I think these institutional realities play a larger role than we usually talk about, at least in the panels of academic conferences (the receptions are another matter). But in naming these dynamics, I do not mean to offer cynical reduction of the energy around political theology to market forces and academic politics. On the contrary, I’d hope to push the conversation around political theology to be rich enough that it cannot be reduced to the status of a trendy academic brand that has—in terms of trendiness, at least—already passed its peak.

I have never had much energy for policing the borders of political theology, certifying some works as citizens and telling others that they must be deported back to Christian social ethics or wherever else. As I said on the panel last year, I think there is much to be gained by keeping discursive spaces like journals, guilds, and panels plural and contested, even a little jumbled. But I do want to make sure that certain kinds of questions do not get lost in the shuffle. In particular, I think there is a need to consider the kinds of questions that pertain to what Claude Lefort named as “the political.”

While I’d question the almost ontological singularity of Lefort’s phrase, I think it sets up a contrast worth keeping. Lefort contrasts his sense of “the political” with what he calls a “‘modern’ notion of politics.” The modern notion of politics concerns the actions of a political subsystem within a larger society. It focuses on questions of policy and the just arrangement of institutions. The political, on the other hand, refers not to a sub-system within a larger social whole, but to “the principles that generate” that social whole. The political involves a “primordial reference to the mode of institution of the social.”[1] The political in this sense is concerned especially with questions of the identity of a people and the legitimacy of institutions that wield power.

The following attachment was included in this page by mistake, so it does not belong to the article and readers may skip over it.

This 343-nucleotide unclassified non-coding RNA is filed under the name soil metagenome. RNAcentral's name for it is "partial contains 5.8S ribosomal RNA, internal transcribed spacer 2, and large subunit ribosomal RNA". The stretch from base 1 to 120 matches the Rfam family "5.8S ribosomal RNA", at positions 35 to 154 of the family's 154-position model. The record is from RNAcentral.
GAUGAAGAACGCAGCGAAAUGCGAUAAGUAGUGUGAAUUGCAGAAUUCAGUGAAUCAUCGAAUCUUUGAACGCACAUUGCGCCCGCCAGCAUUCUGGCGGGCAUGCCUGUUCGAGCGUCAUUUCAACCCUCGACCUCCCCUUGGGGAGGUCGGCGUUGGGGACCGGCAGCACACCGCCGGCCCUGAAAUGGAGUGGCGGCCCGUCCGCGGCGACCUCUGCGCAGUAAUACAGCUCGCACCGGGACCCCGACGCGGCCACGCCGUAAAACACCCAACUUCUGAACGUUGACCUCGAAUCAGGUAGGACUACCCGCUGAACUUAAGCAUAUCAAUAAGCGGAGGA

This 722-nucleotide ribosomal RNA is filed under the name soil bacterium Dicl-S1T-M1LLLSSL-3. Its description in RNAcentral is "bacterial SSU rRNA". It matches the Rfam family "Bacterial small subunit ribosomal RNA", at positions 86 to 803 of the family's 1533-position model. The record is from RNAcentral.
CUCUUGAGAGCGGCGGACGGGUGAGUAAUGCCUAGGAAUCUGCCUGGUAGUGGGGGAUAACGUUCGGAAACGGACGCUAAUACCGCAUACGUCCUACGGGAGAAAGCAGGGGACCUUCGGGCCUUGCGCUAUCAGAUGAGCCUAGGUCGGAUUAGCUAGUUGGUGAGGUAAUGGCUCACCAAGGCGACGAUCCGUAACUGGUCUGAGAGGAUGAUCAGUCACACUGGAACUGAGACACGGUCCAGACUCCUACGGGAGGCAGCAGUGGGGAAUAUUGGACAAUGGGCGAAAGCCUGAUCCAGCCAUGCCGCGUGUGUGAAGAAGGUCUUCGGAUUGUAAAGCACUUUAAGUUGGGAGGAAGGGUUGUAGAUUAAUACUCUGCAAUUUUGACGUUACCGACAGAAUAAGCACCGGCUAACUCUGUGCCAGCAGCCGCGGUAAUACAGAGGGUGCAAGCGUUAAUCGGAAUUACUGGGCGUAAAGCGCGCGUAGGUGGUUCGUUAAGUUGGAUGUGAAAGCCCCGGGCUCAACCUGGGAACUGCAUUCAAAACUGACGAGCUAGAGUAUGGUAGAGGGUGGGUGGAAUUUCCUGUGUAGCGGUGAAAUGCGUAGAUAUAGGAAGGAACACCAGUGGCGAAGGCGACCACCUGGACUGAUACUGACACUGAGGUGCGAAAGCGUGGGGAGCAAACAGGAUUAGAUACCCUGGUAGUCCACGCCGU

Political questions, in this sense, reflect on the source and standing of claims to authority. They consider the standing of law and the nature of obligation to it. They ask not just about criteria for when a state should go to war but about how legitimate violence came to be concentrated in the state and whether it should continue to be. They ask about the contours of exceptions to norms. They are questions about the identities of peoples, about who is “us” and who is “them” and what lives are obscured by those categories. Political questions ask how to differentiate between people and our obligations to them. They ask not just about class divisions—as significant as those might be—but about the formation of a body that can be conceived as being divided. They ask about the relationships between people and land. They ask about relationships between the living and the dead. They ask about the meaning and direction of history.

Questions like these often live below the surface of contemporary arguments and events. Just as we take the rules of a game for granted in order to play it, we often assume answers to these basic political questions in order to get on with the very important work of everyday political action. Even Christian social ethics and religious ethics often focus on questions of policy that presume the current constellation of answers to the questions of politics. But, as Lefort wrote, questions of politics can become visible again “when conflicts become so acute as to produce cracks in the edifice of the state.”[2] I think we are in such a time now, a time in which questions about “the political” are pushing up through the crust of the established political sub-system. Consider three examples: